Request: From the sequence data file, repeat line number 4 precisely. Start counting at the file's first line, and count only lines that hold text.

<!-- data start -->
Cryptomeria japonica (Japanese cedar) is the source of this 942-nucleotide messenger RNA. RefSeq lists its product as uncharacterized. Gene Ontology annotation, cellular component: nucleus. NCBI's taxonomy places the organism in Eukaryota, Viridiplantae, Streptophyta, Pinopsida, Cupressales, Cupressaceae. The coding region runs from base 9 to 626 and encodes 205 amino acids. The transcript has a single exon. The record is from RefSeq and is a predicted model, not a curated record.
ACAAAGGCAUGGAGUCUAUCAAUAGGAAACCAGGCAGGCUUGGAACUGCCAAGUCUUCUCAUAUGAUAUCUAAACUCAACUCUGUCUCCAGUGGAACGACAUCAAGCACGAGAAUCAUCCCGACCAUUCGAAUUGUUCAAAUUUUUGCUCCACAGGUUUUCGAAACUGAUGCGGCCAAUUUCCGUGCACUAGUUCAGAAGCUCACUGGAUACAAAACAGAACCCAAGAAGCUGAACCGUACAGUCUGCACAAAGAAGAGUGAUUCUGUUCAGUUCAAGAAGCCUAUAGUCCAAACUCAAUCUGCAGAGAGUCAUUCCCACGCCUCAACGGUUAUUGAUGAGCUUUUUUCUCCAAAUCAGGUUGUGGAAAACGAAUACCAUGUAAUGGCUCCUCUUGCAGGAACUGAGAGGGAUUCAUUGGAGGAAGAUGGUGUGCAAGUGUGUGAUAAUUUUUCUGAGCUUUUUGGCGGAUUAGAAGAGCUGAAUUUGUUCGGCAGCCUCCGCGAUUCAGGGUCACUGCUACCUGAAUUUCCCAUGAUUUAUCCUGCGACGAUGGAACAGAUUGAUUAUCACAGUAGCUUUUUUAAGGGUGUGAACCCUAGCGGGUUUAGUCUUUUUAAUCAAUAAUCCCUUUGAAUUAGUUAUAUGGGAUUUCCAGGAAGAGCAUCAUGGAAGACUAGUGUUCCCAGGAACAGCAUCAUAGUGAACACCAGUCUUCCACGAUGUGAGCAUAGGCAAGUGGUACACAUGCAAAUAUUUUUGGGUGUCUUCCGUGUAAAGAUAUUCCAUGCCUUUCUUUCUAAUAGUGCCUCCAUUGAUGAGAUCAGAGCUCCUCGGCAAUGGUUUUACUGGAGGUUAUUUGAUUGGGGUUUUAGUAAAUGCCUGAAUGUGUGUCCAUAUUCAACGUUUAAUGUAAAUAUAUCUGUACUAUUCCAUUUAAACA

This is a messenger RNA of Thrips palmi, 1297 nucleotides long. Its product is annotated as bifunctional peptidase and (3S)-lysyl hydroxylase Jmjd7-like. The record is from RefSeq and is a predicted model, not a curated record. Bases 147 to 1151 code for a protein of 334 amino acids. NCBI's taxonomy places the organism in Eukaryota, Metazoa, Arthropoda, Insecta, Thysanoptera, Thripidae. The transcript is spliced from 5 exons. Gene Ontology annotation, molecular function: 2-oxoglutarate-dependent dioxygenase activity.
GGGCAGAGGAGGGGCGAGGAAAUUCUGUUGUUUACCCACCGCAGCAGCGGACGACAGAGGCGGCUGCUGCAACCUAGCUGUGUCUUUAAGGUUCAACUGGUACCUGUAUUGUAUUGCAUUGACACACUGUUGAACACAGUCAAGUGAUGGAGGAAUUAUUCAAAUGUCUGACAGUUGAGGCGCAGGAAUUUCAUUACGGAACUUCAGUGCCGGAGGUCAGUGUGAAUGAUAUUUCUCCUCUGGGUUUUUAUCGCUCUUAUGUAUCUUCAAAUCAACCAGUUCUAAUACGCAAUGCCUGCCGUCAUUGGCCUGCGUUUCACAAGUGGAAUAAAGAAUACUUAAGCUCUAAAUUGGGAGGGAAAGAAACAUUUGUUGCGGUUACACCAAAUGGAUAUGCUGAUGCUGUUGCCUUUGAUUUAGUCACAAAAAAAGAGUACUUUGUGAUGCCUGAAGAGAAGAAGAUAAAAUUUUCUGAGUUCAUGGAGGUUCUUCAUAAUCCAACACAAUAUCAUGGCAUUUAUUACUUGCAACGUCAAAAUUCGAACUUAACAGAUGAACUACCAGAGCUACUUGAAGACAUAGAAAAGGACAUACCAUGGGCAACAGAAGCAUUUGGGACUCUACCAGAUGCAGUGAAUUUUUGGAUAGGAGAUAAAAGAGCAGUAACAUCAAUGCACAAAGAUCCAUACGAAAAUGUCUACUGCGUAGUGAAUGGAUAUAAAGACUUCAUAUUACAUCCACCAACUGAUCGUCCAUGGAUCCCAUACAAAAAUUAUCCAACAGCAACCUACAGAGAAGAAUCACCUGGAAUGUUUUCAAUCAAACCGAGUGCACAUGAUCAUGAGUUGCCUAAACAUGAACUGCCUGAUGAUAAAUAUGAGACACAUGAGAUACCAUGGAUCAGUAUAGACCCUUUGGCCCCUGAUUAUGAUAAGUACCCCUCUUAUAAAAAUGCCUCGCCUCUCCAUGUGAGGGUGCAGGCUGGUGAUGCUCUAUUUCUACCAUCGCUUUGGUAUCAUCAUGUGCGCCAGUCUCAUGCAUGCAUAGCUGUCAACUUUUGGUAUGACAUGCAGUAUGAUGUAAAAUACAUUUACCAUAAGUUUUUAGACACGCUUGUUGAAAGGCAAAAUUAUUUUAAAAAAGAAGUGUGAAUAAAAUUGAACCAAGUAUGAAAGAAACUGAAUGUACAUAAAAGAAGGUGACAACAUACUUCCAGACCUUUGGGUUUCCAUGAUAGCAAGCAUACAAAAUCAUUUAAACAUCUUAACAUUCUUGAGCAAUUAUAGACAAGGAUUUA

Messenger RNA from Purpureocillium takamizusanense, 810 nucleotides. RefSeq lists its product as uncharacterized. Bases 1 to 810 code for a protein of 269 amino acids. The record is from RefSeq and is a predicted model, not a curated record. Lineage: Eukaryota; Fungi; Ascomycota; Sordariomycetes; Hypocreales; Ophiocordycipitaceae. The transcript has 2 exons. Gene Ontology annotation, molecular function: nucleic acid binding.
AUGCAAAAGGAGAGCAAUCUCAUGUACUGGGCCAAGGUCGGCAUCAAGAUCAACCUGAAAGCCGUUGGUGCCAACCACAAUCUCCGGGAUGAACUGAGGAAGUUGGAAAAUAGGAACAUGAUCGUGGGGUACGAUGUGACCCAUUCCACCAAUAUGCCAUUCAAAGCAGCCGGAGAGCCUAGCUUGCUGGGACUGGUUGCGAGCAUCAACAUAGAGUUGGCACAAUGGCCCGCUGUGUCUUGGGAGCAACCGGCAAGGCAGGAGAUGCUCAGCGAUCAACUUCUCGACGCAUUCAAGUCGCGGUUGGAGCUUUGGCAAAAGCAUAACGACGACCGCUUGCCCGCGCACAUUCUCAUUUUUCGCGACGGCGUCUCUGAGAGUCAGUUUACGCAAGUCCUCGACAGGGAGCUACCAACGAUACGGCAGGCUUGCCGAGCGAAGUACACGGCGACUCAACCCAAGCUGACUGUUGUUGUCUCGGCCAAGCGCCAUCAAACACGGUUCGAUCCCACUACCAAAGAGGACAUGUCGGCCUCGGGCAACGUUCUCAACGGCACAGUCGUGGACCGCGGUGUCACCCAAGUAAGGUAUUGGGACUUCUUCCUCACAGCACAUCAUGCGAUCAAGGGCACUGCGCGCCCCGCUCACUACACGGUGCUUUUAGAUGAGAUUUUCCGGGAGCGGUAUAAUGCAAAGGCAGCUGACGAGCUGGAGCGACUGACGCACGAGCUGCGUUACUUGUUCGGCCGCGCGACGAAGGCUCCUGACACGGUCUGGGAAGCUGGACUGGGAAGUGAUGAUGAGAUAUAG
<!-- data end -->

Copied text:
GGGCAGAGGAGGGGCGAGGAAAUUCUGUUGUUUACCCACCGCAGCAGCGGACGACAGAGGCGGCUGCUGCAACCUAGCUGUGUCUUUAAGGUUCAACUGGUACCUGUAUUGUAUUGCAUUGACACACUGUUGAACACAGUCAAGUGAUGGAGGAAUUAUUCAAAUGUCUGACAGUUGAGGCGCAGGAAUUUCAUUACGGAACUUCAGUGCCGGAGGUCAGUGUGAAUGAUAUUUCUCCUCUGGGUUUUUAUCGCUCUUAUGUAUCUUCAAAUCAACCAGUUCUAAUACGCAAUGCCUGCCGUCAUUGGCCUGCGUUUCACAAGUGGAAUAAAGAAUACUUAAGCUCUAAAUUGGGAGGGAAAGAAACAUUUGUUGCGGUUACACCAAAUGGAUAUGCUGAUGCUGUUGCCUUUGAUUUAGUCACAAAAAAAGAGUACUUUGUGAUGCCUGAAGAGAAGAAGAUAAAAUUUUCUGAGUUCAUGGAGGUUCUUCAUAAUCCAACACAAUAUCAUGGCAUUUAUUACUUGCAACGUCAAAAUUCGAACUUAACAGAUGAACUACCAGAGCUACUUGAAGACAUAGAAAAGGACAUACCAUGGGCAACAGAAGCAUUUGGGACUCUACCAGAUGCAGUGAAUUUUUGGAUAGGAGAUAAAAGAGCAGUAACAUCAAUGCACAAAGAUCCAUACGAAAAUGUCUACUGCGUAGUGAAUGGAUAUAAAGACUUCAUAUUACAUCCACCAACUGAUCGUCCAUGGAUCCCAUACAAAAAUUAUCCAACAGCAACCUACAGAGAAGAAUCACCUGGAAUGUUUUCAAUCAAACCGAGUGCACAUGAUCAUGAGUUGCCUAAACAUGAACUGCCUGAUGAUAAAUAUGAGACACAUGAGAUACCAUGGAUCAGUAUAGACCCUUUGGCCCCUGAUUAUGAUAAGUACCCCUCUUAUAAAAAUGCCUCGCCUCUCCAUGUGAGGGUGCAGGCUGGUGAUGCUCUAUUUCUACCAUCGCUUUGGUAUCAUCAUGUGCGCCAGUCUCAUGCAUGCAUAGCUGUCAACUUUUGGUAUGACAUGCAGUAUGAUGUAAAAUACAUUUACCAUAAGUUUUUAGACACGCUUGUUGAAAGGCAAAAUUAUUUUAAAAAAGAAGUGUGAAUAAAAUUGAACCAAGUAUGAAAGAAACUGAAUGUACAUAAAAGAAGGUGACAACAUACUUCCAGACCUUUGGGUUUCCAUGAUAGCAAGCAUACAAAAUCAUUUAAACAUCUUAACAUUCUUGAGCAAUUAUAGACAAGGAUUUA